The House of Demons

Riley Ries
Jackson High School
Grade 11

I met Heth in the first grade. We transferred schools to be closer to my grandmother who was dying, but I think it was me who needed help. Heth kept me from speaking and making friends. He told me if I said one wrong thing, then everyone would hate me. He told me the only reason my teachers could tolerate me was because I kept quiet. I could never focus because of his whispers.

His brother, Dhuna, moved in when my grandmother died the year after. Dhuna wasn’t as loud as his brother, but he still loved messing with me. When I washed my hands, I had to wash each individual finger, starting with the thumb on my left and ending with the pinky on my right. When I got home, I had to put my bag in the far right corner of my room, and my shoes came off the minute I stepped inside.

Dhuna and Heth lived in harmony for about five years. Then, in sixth grade, my father left us, and a shadowy figure came knocking on the door. The two brothers let her in with ease, but then, slowly, they disappeared into the basement as Lola took over.

Lola was nice; she helped me clear my mind and only let Heth and Dhuna up every once in a while. But her niceness came with a price. I never had any energy with her around, and I lost all interest in the things I once loved. But we bonded over sad music, and she taught me it’s OK to spend as much time in my room as I wanted, because it was mine, and it was the only thing I had that would never change.

Sometimes, Lola would invite some of her friends over. Some would stay longer than others. I hated most of them. Especially Morana. Morana would tell me I wasn’t worth the life I was given. She’d party all night with Heth and Dhuna, having them yell at the top of their lungs every little thought they had been holding back. The only reason I didn't give in to her was because of Lola. Lola stole any motivation I had to end it all; she knew if I did, then the four of them would go, as well.

Life went by slowly, but I made it work. By the beginning of freshman year, Lola was only living in my house during the winter, and Heth and Dhuna weren’t nearly as loud, because Morana had left.

But then spring of 2020 came, and my world came crashing down on top of me. Lola and Morana came back. Heth and Dhuna were louder than ever. And I couldn’t talk to anyone to shut them up. Not only that, but I found out this whole time, there was a boy who had been living in the attic.

Lelio had slowly been encouraging everyone to be louder so I couldn’t concentrate on important tasks. He was the reason I couldn’t sit for more than five minutes at a time. The only time he would ever shut up was when I would focus on random things he enjoyed doing. Like one time, I built an entire shelf in one day. The problem was, because he shut up, I forgot to eat and go to the bathroom that whole time. The same thing happened when I got paints and canvases for my birthday; my mom didn’t see me for two full days that time. To be honest, I think Morana helped him with that one.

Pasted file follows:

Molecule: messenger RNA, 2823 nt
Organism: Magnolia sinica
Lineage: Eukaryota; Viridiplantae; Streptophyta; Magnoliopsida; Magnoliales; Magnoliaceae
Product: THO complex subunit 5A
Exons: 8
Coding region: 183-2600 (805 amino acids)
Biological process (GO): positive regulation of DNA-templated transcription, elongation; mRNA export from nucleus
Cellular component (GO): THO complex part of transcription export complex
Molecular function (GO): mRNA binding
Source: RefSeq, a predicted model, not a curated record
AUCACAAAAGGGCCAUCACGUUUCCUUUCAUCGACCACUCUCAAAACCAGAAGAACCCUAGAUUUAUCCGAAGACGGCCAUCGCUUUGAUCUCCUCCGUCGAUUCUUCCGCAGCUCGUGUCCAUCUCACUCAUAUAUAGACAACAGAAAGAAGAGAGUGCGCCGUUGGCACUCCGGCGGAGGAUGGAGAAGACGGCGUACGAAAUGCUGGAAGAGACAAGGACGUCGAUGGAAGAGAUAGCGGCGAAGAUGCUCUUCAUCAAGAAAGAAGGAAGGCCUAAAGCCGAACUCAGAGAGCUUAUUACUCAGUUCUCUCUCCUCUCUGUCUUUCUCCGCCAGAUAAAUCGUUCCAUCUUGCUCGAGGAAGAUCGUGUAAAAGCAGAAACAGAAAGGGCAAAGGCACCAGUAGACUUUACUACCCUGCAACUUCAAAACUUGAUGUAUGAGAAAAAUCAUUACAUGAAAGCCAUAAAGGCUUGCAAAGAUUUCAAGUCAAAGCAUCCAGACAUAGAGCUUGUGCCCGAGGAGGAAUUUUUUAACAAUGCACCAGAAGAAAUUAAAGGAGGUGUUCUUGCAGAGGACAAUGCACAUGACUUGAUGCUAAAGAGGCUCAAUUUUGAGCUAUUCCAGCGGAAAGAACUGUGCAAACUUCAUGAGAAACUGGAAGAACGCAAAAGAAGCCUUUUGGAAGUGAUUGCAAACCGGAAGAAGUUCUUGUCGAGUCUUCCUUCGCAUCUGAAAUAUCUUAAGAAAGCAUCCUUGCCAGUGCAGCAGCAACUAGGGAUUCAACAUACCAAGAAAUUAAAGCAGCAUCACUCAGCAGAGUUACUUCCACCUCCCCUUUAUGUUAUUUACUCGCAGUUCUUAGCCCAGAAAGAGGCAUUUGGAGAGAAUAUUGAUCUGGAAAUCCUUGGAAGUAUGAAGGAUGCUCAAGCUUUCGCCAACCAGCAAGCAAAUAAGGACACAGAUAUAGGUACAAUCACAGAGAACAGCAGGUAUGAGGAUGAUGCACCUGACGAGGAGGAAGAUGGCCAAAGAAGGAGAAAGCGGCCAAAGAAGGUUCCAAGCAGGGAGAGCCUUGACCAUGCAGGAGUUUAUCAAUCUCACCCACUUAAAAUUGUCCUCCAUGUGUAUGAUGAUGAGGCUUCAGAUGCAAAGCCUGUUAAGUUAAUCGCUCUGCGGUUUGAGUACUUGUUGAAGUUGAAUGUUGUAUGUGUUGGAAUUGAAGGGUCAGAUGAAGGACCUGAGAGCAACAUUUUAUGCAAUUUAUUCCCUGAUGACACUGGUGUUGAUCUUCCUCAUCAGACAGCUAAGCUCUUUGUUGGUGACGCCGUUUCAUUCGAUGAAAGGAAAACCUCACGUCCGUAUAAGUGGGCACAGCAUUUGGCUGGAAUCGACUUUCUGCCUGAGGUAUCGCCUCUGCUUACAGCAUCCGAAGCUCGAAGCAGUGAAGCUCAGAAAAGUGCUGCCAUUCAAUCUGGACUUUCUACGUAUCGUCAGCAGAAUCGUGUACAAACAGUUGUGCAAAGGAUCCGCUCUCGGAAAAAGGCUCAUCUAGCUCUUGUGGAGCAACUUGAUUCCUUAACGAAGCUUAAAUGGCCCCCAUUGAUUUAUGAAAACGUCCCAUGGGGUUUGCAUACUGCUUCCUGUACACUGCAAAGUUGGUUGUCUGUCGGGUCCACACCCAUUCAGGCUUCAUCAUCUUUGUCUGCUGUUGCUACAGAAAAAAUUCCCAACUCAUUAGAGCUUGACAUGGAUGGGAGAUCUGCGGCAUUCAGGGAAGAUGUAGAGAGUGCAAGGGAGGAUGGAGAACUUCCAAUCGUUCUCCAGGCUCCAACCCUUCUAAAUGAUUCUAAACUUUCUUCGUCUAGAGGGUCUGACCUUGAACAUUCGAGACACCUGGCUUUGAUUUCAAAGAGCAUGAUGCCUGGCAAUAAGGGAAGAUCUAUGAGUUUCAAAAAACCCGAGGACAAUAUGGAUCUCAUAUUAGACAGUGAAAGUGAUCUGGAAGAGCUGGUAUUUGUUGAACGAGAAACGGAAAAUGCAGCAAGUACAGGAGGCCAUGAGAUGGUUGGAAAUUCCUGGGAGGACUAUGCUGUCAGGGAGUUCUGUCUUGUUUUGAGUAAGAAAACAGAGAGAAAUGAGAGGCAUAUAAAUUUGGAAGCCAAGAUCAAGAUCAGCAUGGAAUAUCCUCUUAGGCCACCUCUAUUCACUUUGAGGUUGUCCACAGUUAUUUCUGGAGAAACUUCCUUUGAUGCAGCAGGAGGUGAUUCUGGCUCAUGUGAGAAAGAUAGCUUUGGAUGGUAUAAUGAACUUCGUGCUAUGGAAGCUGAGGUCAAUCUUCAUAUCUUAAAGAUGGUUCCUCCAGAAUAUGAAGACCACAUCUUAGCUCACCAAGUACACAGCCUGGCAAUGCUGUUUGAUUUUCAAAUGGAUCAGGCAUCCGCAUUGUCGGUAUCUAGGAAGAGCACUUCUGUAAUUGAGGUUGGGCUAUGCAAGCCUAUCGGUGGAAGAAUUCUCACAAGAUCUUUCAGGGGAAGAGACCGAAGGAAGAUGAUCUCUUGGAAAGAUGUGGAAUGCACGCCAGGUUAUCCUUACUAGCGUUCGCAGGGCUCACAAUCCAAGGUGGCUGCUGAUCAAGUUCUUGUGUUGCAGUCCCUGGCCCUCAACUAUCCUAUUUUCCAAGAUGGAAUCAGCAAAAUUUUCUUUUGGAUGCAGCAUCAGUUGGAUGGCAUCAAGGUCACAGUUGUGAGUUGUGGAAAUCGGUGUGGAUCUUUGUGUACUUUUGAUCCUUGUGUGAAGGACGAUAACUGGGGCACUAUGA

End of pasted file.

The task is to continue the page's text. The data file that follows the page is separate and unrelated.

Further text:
I will say, it was nice to know he was there, and I guess it wasn’t nearly as bad as I make it seem. I had a loving mom. I was able to make a lot of friends, despite Heth. And I was always healthy because of Dhuna.

When I graduated, it got better.

I went to college for acting, which Lelio had introduced me to. I met a man that year named Samuel. He pushed back all the demons that had taken over my house, and when he learned about the demons, he convinced me to sit down and talk to him about it. I told him when I met everyone and how they just forced themselves into my life. And he told me that at one point in his life, he’d met every one of them, plus some. He then told me how he had gotten rid of them and had forced them out.

Slowly, Heth and Dhuna and Lola and Morana disappeared. Lelio still stayed, but I think Lelio had actually been there before me, and Samuel told me that was OK.

The thing is, everyone struggles with demons in their house. Some have to deal more than others, and others only see them every once in a while. But here’s the thing: It’s your house, and they aren’t paying rent. You’re the landlord, and if they want to trash the house, then kick them out. It might be hard, but with some help from the professionals, you will find you are more powerful than those measly demons.